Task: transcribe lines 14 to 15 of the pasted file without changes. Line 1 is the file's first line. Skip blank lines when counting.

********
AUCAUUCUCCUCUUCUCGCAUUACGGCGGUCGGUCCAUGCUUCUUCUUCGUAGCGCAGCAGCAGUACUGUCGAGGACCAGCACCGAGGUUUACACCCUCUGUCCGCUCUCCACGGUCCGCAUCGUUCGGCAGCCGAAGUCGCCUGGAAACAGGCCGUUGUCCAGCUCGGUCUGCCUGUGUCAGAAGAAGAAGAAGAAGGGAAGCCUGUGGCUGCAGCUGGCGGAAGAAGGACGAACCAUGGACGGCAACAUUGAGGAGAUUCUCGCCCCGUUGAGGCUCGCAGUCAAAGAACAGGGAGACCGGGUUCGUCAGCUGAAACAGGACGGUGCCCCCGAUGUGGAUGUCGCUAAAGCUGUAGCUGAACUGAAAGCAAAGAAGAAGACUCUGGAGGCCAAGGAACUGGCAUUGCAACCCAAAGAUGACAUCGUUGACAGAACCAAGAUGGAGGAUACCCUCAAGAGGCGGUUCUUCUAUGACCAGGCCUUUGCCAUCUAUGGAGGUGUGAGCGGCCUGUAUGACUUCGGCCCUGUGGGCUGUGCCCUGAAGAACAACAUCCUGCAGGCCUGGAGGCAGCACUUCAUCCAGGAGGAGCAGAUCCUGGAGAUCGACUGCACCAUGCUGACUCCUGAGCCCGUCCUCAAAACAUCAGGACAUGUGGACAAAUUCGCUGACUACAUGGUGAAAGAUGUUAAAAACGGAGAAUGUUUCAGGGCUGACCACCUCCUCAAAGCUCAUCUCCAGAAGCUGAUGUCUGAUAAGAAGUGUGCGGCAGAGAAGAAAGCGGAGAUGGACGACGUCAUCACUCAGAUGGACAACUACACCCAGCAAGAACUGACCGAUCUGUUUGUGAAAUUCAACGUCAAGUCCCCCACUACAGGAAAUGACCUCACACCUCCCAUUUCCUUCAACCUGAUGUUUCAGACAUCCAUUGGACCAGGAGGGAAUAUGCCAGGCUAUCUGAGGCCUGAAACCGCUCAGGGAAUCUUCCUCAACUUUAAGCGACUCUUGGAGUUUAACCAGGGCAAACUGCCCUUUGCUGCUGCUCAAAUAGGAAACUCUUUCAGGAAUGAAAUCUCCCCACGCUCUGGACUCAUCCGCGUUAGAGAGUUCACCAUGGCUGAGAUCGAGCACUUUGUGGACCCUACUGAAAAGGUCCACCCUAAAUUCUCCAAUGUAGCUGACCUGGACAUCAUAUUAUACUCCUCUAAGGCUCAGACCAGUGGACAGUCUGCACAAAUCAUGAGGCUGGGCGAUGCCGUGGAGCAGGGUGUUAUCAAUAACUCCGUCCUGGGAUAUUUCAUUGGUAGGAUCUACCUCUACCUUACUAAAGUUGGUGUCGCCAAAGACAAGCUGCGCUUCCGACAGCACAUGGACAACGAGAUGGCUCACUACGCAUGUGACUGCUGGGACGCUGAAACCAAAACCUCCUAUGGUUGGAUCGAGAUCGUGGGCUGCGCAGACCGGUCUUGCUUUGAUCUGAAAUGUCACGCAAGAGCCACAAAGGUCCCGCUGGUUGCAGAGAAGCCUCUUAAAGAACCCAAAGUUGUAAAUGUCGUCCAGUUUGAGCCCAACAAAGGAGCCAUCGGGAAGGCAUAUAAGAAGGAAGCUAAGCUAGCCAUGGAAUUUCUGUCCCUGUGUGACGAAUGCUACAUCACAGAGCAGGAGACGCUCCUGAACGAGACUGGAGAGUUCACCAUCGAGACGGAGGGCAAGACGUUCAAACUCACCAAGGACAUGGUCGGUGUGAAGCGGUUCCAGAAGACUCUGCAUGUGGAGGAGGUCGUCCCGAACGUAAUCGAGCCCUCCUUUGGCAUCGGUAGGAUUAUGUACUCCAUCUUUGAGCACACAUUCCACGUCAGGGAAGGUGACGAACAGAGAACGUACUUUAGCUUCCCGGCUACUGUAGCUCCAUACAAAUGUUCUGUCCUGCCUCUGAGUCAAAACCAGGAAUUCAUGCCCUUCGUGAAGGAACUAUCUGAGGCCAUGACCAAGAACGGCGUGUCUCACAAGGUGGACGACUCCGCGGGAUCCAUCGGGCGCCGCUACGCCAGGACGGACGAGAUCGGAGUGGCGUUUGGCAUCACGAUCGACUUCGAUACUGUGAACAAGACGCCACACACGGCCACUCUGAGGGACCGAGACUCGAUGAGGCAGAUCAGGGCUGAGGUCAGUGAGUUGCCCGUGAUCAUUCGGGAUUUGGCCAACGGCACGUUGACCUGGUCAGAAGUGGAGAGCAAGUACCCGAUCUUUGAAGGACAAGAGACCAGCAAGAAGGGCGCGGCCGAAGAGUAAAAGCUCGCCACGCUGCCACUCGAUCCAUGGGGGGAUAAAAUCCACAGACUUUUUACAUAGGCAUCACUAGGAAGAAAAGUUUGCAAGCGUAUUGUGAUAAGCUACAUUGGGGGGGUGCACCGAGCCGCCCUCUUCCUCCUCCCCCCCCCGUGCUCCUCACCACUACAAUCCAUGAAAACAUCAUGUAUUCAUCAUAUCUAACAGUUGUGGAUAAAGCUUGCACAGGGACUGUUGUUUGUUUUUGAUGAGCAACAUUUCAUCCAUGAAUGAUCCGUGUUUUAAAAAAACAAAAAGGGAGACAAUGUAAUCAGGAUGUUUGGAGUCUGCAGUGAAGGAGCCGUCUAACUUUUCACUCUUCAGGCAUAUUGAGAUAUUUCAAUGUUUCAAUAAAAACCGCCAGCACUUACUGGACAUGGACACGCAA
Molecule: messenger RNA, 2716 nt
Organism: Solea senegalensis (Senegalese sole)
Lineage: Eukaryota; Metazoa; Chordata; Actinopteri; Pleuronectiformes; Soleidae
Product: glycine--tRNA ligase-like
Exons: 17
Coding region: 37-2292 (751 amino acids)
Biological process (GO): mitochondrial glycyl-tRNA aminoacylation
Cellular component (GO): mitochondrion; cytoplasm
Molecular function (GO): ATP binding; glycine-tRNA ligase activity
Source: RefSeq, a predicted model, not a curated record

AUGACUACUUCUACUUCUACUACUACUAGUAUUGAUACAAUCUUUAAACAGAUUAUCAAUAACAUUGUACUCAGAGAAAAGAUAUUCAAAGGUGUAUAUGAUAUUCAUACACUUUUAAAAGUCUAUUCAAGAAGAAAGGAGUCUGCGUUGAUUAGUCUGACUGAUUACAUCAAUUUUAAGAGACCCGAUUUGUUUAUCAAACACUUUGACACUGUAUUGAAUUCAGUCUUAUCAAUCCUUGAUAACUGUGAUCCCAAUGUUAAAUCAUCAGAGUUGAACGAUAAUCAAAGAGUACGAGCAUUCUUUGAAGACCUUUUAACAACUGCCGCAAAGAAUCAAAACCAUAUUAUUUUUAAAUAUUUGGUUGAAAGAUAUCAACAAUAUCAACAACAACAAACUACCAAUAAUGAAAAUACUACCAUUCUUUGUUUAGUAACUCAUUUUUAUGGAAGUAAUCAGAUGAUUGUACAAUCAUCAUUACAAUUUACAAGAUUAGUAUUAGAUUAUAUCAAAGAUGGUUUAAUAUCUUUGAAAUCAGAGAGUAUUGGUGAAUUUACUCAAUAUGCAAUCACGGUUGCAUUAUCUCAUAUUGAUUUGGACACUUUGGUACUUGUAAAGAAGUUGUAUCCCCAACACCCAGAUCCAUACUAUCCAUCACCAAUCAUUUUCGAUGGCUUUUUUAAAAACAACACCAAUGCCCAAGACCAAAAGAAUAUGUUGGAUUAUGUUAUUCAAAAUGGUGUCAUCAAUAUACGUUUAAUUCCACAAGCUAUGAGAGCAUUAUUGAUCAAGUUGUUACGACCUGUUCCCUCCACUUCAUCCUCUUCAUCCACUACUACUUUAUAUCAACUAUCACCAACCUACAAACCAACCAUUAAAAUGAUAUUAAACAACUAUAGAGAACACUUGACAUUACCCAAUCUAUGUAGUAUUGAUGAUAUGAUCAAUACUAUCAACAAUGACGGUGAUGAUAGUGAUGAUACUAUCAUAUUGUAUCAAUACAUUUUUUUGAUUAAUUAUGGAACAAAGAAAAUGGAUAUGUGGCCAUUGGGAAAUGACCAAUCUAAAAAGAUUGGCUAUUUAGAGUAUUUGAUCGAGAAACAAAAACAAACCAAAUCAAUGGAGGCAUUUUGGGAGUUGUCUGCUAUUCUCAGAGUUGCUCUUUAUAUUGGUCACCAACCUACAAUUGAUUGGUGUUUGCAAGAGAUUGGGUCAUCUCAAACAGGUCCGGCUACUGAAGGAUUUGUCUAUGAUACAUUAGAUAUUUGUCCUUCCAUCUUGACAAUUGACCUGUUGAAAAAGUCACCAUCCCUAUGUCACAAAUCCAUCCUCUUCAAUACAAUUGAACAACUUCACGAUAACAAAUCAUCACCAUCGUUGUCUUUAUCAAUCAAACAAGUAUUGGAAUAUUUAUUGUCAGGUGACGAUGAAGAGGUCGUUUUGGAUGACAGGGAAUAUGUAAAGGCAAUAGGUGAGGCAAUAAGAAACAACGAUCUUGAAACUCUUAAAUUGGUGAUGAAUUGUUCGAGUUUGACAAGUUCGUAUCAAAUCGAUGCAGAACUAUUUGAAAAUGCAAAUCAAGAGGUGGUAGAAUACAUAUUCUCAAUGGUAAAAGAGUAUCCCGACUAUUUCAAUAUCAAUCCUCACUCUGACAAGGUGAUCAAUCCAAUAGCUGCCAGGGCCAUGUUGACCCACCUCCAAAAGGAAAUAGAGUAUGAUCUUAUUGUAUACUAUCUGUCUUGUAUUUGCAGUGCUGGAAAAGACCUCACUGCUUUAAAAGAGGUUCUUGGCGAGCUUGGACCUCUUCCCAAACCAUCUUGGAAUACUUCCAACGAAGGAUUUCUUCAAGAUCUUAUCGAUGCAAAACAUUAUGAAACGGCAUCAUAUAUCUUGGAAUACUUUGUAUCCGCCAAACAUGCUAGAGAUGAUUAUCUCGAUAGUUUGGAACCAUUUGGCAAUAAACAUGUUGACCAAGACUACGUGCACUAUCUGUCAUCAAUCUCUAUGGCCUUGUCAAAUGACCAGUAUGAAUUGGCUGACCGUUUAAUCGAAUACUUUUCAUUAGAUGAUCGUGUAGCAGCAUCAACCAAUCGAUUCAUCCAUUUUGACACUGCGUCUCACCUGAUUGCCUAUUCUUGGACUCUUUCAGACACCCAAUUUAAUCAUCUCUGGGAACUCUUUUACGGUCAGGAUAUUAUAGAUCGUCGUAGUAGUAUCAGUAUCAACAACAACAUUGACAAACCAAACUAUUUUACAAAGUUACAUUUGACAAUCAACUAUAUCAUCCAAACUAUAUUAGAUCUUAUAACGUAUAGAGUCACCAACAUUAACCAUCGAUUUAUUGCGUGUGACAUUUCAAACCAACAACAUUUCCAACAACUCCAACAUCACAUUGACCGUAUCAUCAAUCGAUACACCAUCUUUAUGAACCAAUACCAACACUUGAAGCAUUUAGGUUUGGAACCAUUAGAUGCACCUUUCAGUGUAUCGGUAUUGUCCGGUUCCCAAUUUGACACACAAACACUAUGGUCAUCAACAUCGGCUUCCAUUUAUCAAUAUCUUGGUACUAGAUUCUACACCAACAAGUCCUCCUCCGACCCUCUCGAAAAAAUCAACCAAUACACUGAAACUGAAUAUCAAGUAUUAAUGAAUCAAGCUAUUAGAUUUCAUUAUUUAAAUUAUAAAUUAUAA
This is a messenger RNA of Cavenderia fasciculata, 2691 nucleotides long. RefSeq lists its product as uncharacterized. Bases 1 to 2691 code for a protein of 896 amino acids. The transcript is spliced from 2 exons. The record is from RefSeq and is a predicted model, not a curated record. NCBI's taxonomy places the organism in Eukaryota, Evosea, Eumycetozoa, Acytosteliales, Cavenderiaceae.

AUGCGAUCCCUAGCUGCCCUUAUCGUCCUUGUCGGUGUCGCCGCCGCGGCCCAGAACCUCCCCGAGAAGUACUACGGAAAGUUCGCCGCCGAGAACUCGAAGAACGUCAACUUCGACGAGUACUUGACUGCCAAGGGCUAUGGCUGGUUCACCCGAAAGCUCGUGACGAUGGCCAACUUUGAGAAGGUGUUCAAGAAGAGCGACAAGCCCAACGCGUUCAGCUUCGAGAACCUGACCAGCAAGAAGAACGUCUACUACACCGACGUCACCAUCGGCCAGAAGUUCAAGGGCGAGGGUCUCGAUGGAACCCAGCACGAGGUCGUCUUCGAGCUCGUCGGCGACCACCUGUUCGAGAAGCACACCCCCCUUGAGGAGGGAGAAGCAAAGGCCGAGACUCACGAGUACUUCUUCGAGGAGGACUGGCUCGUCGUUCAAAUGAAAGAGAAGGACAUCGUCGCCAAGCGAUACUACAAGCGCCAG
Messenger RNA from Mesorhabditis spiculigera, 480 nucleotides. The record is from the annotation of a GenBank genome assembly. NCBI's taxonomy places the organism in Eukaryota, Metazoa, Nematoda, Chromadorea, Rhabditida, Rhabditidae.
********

AUGCGAUCCCUAGCUGCCCUUAUCGUCCUUGUCGGUGUCGCCGCCGCGGCCCAGAACCUCCCCGAGAAGUACUACGGAAAGUUCGCCGCCGAGAACUCGAAGAACGUCAACUUCGACGAGUACUUGACUGCCAAGGGCUAUGGCUGGUUCACCCGAAAGCUCGUGACGAUGGCCAACUUUGAGAAGGUGUUCAAGAAGAGCGACAAGCCCAACGCGUUCAGCUUCGAGAACCUGACCAGCAAGAAGAACGUCUACUACACCGACGUCACCAUCGGCCAGAAGUUCAAGGGCGAGGGUCUCGAUGGAACCCAGCACGAGGUCGUCUUCGAGCUCGUCGGCGACCACCUGUUCGAGAAGCACACCCCCCUUGAGGAGGGAGAAGCAAAGGCCGAGACUCACGAGUACUUCUUCGAGGAGGACUGGCUCGUCGUUCAAAUGAAAGAGAAGGACAUCGUCGCCAAGCGAUACUACAAGCGCCAG
Messenger RNA from Mesorhabditis spiculigera, 480 nucleotides. The record is from the annotation of a GenBank genome assembly. NCBI's taxonomy places the organism in Eukaryota, Metazoa, Nematoda, Chromadorea, Rhabditida, Rhabditidae.